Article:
WEST HOLLYWOOD, Calif.--While entertainment is as old as cave paintings and singing around a fire, technology is radically changing the day-to-day lives of filmmakers, actors, musicians, and other entertainers as well as those who consume their work.
That was the takeaway from a panel of entertainers, speaking Tuesday night at the SoHo Lounge here. The panel was part of a Bing event, where Microsoft announced a bunch of new entertainment features for its search engine, including the ability to watch more TV shows and listen to full-length songs from within Bing.
Some participants were clearly more on their host's message than others. Seacrest, for example, mentioned Bing quite often, suggesting at one point that lots of people were "Binging themselves."
Actor Joseph Gordon-Levitt, meanwhile, referenced two Apple products--Garage Band and iMovie--as he talked about the democratization of entertainment through technology.
In any case, the fact that all one needs is a laptop to tell their story is a good thing, he said. "Better stories are going to be told because more people get to tell them." That, he said, is preferable to the world he inhabits, which he said is "lets admit it, an often narrow-minded Hollywood industry."
Hurt Locker director Kathryn Bigelow said that content remains the focus, regardless of the medium or technology.
"I'm really content-driven," she said. "Technology is there as a delivery system," she said, adding that it is "a really fabulous delivery system."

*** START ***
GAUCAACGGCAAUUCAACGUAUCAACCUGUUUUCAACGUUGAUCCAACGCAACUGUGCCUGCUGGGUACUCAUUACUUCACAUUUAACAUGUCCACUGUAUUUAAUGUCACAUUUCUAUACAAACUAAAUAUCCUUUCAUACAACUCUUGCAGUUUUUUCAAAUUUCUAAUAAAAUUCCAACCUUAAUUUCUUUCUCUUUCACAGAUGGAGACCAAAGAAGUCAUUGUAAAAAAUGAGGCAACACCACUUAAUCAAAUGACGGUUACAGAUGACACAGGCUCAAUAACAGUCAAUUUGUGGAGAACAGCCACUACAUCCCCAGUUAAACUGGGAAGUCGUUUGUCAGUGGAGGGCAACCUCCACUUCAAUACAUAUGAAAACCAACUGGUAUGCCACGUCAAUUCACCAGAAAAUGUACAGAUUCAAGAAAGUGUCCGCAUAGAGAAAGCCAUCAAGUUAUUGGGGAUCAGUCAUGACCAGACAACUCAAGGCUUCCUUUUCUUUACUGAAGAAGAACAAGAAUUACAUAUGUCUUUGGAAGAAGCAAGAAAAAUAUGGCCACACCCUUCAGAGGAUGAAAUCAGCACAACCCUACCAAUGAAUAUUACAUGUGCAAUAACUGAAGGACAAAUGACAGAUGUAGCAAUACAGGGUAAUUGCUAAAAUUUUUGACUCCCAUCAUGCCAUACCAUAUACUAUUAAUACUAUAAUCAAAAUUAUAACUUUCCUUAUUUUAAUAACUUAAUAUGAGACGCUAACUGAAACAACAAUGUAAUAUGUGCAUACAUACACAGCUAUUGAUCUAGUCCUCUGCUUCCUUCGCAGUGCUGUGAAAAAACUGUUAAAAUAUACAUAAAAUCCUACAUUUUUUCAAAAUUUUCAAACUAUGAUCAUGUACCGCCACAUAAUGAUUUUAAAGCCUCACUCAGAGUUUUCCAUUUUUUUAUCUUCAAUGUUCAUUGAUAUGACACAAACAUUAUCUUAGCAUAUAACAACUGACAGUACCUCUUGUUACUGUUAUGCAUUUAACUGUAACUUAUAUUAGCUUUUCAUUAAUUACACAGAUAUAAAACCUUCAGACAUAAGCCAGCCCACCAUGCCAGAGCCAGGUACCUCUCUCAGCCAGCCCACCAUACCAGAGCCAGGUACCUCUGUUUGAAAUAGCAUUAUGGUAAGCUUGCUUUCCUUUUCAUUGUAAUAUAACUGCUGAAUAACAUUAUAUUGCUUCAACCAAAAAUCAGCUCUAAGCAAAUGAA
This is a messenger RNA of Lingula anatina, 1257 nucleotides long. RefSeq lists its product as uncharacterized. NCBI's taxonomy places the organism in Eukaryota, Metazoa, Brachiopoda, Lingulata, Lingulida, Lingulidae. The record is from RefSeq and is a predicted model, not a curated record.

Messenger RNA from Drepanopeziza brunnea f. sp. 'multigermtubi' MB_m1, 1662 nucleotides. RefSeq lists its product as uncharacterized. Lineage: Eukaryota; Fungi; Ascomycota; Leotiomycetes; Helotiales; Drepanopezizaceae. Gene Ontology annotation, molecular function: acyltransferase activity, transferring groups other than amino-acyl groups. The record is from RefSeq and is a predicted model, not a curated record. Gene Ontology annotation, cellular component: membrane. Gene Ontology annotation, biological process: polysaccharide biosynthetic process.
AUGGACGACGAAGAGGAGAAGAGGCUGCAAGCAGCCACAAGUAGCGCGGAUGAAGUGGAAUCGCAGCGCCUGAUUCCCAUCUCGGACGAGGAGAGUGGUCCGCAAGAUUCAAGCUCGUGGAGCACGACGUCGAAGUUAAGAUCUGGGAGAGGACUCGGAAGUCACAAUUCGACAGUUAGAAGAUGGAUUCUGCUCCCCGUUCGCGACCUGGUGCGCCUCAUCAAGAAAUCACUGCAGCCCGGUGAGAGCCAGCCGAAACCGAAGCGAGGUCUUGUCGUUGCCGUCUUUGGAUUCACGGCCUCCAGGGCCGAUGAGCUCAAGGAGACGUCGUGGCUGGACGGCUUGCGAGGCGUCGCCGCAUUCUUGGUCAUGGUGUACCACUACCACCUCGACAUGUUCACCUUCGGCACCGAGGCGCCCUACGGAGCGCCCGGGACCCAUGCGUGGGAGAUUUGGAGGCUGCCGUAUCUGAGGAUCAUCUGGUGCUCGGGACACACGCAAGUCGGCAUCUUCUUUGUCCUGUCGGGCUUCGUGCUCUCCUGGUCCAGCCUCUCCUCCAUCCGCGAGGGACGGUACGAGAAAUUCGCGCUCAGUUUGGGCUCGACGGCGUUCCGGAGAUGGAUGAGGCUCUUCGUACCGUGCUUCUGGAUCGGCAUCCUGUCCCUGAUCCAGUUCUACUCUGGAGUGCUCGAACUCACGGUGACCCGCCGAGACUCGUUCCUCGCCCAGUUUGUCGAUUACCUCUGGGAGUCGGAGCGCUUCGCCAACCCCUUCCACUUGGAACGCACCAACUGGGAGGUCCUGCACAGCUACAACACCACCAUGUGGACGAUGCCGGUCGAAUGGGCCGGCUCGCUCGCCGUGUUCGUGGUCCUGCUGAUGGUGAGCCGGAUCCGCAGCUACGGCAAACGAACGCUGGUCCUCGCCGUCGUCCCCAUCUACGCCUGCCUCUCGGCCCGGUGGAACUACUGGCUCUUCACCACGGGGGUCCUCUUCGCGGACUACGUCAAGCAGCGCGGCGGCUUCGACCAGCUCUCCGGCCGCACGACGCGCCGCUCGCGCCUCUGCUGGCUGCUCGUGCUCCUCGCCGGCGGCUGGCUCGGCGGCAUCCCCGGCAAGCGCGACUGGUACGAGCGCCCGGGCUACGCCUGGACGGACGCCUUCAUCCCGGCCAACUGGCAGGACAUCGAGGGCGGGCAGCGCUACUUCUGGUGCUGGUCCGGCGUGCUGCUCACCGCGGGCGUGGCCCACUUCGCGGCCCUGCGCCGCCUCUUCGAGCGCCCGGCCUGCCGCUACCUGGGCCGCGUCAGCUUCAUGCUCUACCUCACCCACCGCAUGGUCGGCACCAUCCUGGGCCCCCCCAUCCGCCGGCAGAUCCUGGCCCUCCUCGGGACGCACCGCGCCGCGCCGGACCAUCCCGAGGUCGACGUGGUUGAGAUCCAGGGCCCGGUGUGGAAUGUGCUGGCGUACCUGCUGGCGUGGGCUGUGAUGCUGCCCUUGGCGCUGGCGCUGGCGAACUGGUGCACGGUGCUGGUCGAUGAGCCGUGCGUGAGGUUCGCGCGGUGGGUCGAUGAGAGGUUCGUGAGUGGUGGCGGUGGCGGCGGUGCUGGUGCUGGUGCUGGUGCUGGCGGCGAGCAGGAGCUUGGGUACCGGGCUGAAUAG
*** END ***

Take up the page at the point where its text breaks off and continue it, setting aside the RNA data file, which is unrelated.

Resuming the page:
Mad Men creator Matthew Weiner said that the technology revolution is having much more impact on the business side of things, where it is downright scary. "I don't think entertainment changes," he said.
That said, it is being consumed in ways he never imagined, such as on cell phones. "I didn't design my work to be (viewed) on a phone," he said. But, he added, it is reaching a new audience, even if it is someone sweating at the gym. "It's thrilling," he said.
Technology is also allowing for nearly instant feedback for entertainers, via things like Twitter. Though instant, several panelists noted that it is not always the whole picture. "It is dominated by negative voices, at least in my head," Weiner said.
Weiner said he likes the fact that Twitter helps build an audience, but doesn't like the fact that people are Tweeting while they are watching.
"That bugs me," he said. "Just watch it and talk afterwards."
It gnaws at him as an artist, he said. "Part of being a writer is you do want to speak uninterrupted for some period of time."
"I don't believe in multistasking," he said, noting that people are doing multiple things badly, pointing to how badly driving mixes with talking on the phone.